Wednesday, May 06, 2009

Objections to Biblical Inerrancy #1 & #2

At the end of the twentieth century, the battlefields over the inerrancy of the Bible were as wide as the Pacific Theater and as fully engaged in close combat as Antietam. Since the commencement of the twenty-first, the battle has continued as stark and entrenched as Somme. In the cacophony of that battlefield, with its shrill war whoops, its booming weaponry, and its great effusion of ink, there is one narrow but significant target of interest on the battlefield of inerrancy.

Can a solid affirmation of inerrancy of the Holy Scriptures can be maintained with intellectual honesty?
[1]

I will first investigate some objections to Biblical inerrancy. Next I will look at what our forebears in the church have said about inerrancy. Then I will survey Jesus’ view of the Scripture and draw a conclusion.


One objection
is that the word inerrant is not found in the Bible and is based on a faulty deductive argument, viz. “The Bible comes from God. God is truthful and would not lie to us or give us error. Therefore, the Bible is inerrant.”

Let's think about that. The word Trinity is not found in the Bible either, but we believe the Bible teaches it. Neither is Sunday School, but we believe the Bible instructs us to teach others. The Bible also teaches that it is without error, that it is inerrant. Further, to argue that because a word is not in the Bible and therefore is illegitimate is to concede the point that the Bible has final authority and is therefore without error.


A
second objection is that inerrancy overlooks the human element of the Bible. That is, “to err is human. Scripture is human. Therefore Scripture has error.” First of all, unlike the foregoing objection, why is not this syllogism also a faulty deductive argument?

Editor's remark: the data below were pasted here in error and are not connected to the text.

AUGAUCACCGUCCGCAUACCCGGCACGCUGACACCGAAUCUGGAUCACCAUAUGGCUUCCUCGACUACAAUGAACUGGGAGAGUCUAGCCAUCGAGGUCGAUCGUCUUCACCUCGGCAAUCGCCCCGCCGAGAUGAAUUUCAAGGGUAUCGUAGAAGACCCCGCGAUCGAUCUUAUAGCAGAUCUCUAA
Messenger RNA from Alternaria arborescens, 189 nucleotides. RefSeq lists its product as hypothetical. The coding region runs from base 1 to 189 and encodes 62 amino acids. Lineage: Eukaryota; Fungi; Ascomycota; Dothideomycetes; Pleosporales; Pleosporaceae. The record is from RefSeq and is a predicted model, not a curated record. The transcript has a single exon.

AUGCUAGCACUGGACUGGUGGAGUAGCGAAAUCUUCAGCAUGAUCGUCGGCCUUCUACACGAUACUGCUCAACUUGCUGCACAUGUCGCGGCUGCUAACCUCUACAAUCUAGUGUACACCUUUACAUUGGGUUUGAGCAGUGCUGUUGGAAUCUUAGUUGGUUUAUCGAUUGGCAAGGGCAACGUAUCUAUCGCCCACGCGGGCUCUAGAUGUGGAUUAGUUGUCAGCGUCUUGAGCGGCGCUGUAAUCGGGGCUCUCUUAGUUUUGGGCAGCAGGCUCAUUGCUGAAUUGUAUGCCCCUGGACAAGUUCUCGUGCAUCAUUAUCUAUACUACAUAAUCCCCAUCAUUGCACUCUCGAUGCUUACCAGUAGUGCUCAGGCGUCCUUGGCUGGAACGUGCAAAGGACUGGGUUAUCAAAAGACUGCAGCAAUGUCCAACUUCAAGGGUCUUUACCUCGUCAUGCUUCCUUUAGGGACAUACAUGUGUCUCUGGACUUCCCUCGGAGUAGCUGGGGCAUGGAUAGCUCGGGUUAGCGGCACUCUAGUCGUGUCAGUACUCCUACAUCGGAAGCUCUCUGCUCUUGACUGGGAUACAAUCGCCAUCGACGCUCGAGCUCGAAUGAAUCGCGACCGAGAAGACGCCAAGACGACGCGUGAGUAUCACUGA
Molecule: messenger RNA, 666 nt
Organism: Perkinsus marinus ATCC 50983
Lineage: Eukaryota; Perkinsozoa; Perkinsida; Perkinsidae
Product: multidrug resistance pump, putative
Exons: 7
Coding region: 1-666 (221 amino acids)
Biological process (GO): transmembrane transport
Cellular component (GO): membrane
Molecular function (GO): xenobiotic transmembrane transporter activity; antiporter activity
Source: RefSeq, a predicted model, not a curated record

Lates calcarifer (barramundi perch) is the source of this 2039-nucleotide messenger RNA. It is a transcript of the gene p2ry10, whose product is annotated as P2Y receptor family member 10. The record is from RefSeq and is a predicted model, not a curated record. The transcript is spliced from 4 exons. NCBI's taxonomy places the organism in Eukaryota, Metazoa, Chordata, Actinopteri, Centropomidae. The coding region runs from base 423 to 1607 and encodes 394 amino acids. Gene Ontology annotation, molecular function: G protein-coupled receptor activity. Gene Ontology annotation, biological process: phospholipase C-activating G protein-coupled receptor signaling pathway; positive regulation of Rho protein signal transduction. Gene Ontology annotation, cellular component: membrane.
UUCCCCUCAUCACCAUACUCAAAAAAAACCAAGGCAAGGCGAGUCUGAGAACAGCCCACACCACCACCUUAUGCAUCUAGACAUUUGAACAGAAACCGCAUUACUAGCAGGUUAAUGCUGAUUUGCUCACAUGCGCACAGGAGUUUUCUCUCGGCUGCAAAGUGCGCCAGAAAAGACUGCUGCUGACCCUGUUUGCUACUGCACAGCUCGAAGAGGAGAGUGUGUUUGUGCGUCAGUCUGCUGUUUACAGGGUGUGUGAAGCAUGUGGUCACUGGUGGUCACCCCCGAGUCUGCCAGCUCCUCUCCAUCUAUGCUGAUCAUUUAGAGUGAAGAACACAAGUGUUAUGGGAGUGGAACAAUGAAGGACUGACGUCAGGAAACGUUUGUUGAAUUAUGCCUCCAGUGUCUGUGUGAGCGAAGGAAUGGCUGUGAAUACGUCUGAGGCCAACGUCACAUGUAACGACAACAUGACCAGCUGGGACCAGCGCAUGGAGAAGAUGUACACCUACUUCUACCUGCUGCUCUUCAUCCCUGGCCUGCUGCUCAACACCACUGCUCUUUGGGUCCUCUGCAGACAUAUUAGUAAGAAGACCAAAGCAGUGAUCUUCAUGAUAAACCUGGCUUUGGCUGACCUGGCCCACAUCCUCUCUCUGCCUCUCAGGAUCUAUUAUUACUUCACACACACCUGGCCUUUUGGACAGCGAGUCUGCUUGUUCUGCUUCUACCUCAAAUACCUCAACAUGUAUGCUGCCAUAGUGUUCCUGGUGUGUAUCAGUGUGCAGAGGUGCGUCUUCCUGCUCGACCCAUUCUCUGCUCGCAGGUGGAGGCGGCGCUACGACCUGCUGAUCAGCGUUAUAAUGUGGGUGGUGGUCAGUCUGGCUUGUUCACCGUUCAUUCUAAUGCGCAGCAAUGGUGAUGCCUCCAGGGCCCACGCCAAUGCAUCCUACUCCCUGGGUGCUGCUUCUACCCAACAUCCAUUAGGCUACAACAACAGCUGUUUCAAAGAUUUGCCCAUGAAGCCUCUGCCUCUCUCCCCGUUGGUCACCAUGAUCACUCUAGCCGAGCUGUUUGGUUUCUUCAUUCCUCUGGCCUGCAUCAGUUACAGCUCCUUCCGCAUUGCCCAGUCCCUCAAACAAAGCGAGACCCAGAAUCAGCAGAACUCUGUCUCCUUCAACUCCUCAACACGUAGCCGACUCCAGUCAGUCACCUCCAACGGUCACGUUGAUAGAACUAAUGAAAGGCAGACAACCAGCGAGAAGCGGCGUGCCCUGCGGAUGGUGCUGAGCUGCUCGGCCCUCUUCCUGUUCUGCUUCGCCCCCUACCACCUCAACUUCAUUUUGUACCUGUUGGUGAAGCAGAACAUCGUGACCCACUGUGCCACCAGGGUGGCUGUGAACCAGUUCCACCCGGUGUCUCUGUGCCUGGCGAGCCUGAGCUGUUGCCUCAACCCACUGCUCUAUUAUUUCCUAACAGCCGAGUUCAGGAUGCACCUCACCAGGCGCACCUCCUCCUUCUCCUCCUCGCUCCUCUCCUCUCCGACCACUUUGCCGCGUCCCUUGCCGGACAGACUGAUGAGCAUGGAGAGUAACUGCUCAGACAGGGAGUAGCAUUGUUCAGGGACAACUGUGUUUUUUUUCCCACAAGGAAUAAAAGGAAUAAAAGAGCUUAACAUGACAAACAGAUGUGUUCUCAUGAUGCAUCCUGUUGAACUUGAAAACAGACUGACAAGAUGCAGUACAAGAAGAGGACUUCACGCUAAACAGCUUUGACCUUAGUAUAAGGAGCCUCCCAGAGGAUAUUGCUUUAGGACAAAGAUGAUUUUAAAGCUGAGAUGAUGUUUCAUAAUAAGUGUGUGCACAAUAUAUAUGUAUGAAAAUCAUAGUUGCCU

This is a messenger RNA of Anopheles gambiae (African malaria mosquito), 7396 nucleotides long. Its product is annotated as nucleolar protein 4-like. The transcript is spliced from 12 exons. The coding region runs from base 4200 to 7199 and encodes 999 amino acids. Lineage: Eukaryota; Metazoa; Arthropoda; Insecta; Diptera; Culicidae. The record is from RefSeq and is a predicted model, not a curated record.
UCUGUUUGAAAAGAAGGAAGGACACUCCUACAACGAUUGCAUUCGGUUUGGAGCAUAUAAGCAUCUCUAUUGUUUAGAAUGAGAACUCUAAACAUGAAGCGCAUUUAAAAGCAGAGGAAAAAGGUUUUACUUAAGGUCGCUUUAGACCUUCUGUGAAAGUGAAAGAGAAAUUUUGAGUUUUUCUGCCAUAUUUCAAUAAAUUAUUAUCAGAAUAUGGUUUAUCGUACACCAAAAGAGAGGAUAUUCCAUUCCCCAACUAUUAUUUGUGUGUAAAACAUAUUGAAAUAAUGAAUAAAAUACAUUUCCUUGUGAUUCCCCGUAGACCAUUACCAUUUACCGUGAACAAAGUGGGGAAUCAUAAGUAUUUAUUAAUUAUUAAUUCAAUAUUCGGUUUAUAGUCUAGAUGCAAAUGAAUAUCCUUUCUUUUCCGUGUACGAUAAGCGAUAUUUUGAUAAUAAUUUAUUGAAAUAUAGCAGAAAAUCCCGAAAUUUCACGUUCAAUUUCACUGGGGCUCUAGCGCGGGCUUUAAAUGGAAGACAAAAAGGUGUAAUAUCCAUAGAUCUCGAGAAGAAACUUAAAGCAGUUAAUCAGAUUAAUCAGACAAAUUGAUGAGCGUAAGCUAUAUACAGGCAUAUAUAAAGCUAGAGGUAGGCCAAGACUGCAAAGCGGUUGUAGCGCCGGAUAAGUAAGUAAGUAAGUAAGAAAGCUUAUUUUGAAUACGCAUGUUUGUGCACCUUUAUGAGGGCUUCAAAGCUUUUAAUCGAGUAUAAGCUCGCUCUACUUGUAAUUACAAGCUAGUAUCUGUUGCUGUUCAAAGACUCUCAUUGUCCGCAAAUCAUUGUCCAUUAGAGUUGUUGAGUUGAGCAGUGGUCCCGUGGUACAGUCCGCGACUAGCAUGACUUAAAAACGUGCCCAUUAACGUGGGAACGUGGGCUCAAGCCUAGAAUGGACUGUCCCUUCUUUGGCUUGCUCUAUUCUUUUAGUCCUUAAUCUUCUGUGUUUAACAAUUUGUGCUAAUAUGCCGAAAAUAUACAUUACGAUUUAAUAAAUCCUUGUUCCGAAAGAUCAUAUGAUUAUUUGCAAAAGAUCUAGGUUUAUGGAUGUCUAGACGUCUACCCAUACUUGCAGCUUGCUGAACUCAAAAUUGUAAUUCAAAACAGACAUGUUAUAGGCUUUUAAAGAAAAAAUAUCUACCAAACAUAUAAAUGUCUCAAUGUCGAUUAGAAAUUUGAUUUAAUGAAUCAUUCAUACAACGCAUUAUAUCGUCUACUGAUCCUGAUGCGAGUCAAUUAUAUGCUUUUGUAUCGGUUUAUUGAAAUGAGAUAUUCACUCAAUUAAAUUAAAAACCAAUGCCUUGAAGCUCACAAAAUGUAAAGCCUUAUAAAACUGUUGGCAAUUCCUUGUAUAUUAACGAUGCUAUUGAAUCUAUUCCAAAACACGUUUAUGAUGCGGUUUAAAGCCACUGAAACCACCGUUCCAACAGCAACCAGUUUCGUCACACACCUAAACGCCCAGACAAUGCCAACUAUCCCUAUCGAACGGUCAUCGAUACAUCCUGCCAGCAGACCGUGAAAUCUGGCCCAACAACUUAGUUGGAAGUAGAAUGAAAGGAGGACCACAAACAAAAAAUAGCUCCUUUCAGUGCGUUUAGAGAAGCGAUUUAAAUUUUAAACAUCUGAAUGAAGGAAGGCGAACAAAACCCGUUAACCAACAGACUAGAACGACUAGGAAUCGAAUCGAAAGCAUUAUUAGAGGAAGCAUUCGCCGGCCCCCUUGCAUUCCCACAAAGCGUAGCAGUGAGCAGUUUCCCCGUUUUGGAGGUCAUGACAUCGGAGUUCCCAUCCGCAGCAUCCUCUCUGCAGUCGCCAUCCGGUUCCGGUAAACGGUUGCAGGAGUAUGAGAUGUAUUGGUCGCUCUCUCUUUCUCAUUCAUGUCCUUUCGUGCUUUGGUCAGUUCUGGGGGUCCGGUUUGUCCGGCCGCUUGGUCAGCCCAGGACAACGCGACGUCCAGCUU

The historical-critical approach to the Bible is a naturalistic historical development methodology in which the Bible is approached like any other book. The biblical writers, they assume, are inextricably entrapped in their fallible historical setting, and therefore supernatural inspiration is denied. If, as the historical-critical method urges, we use an inductive method, then we must be genuinely thorough and include an inductive study of the Bible’s own relevant data concerning its own character.[2]

We understand that Scripture is both divine and human, but the Holy Spirit divinely superintended that transference of revelation (2 Tim 3:16-17) while respecting the unique persons and culture who actually wrote it.

That is the point of inspiration.
The dangerous implication is that God does not have sovereign control over his creatures, and to say that all genuine humanity involves fallibility is to imply that the God-man, Jesus Christ, who was also genuinely human was subject to fallibility. It is also a betrayal of evolutionary and Enlightenment views which teach that humanity is basically good and getting better over time.

[1] W. Robert Cook, “Biblical Inerrancy and Intellectual Honesty.” Bibliotheca Sacra 125, no. 498 (1968): 157-175. See also Michael Bauman, “Why the Noninerrantists are not Listening: Six Tactical Errors Evangelicals Commit,” JETS 29, no. 3 (Sept 1986): 317-24.

[2] Robert L. Saucy, “Difficulties with Inerrancy,” Bulletin of the Evangelical Theological Society 9, no. 1 (1966): 19.

Continue on to: Objections to Biblical Inerrancy #3 and #4